ACLU Asks Court To Allow Rejected Absentee Ballot Applications

For Immediate Release

Contact: 

James Freedland, ACLU national, (212) 519-7829 or 549-2666; media@aclu.org
Mike Brickner, ACLU of Ohio, (216) 472-2220

ACLU

ACLU Asks Court To Allow Rejected Absentee Ballot Applications

Group Sides With Voters In “Check-Box” Dispute

COLUMBUS, Ohio - The
American Civil Liberties Union and the Brennan Center for Justice at
New York University School of Law filed a friend-of-the-court brief
today asking the Ohio Supreme Court to protect voters' rights and allow
rejected absentee ballot applications to be processed. The lawsuit was
brought by two Hamilton County voters who completed absentee ballot
request forms that were rejected because of an unchecked box.

On September 5, 2008, Secretary of
State Jennifer Brunner issued a memorandum instructing county Boards of
Elections not to process absentee ballot request forms that have an
unchecked box next to the signature of the voter, declaring him or her
to be a qualified elector. The forms with the box were sent to over
1,000,000 Ohio voters by the McCain campaign. The box is not required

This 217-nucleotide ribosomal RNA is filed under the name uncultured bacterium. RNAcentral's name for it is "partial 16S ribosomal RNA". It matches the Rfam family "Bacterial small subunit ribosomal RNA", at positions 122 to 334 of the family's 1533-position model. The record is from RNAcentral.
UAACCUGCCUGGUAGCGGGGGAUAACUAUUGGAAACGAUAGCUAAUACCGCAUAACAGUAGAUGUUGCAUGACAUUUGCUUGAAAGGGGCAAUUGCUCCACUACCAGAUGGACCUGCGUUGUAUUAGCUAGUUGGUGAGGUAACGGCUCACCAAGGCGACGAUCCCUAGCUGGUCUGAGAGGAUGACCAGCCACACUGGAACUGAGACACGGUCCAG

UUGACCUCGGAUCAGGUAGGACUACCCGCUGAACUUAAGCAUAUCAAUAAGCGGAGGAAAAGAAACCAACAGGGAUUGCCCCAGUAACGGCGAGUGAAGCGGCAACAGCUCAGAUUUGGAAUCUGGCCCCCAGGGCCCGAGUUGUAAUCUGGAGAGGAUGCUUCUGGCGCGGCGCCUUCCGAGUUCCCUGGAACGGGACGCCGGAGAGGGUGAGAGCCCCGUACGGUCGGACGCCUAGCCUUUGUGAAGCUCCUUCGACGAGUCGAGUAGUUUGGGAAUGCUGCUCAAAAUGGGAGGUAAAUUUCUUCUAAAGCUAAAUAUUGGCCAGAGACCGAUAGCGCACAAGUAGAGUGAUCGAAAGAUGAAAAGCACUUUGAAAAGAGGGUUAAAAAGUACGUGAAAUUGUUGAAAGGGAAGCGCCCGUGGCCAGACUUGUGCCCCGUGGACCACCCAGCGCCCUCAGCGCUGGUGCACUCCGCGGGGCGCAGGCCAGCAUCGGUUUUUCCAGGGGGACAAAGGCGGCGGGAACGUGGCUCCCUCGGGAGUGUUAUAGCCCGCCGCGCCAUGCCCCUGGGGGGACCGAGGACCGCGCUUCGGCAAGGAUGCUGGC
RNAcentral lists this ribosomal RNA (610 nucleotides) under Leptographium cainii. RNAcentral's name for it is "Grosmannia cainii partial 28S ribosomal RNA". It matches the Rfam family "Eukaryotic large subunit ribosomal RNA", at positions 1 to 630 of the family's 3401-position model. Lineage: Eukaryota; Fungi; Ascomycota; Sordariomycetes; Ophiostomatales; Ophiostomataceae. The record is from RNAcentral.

by Ohio law to be included on the forms.

"This is a clear case of bureaucracy
hampering the rights of voters. The rejected forms included all of the
information that is required by Ohio law and the box that was left
unchecked is not even required to be on absentee ballot request forms.
It is unfair to require voters to submit additional forms over
meaningless technicalities that could prevent some from casting
ballots," said Carrie Davis, staff counsel with the ACLU of Ohio.

Over 1,500 absentee ballot request
forms were rejected in Hamilton County alone, with thousands more
voters affected throughout the state. Secretary Brunner requested that
county Boards of Elections contact all affected voters to inform them
they need to complete another form.

"With thousands of voters affected
across the state, it will be difficult for Boards of Elections to
contact each person directly. There will likely be people who do not
know their application was rejected, find out too late, cannot access
another form easily or become disillusioned with the process and won't
cast a ballot," said Meredith Bell-Platts, staff counsel with the ACLU
Voting Rights Project. "This type of political maneuvering presents an
undue burden on voters and violates their constitutional rights."

"County Boards of Elections would
require a great deal of resources to contact the thousands of voters
whose applications were unfairly rejected. This will expend precious
time and resources on a bureaucratic issue, while Boards of Elections
should be preparing to make sure Election Day is run as smoothly as
possible. The court should do the right thing and order these
applications to be processed," Davis added.

A copy of the ACLU's friend-of-the-court brief is available online at: www.aclu.org/votingrights/gen/37021lgl20081002.html

More information about the ACLU Voting Rights Project is available online at: www.votingrights.org

 

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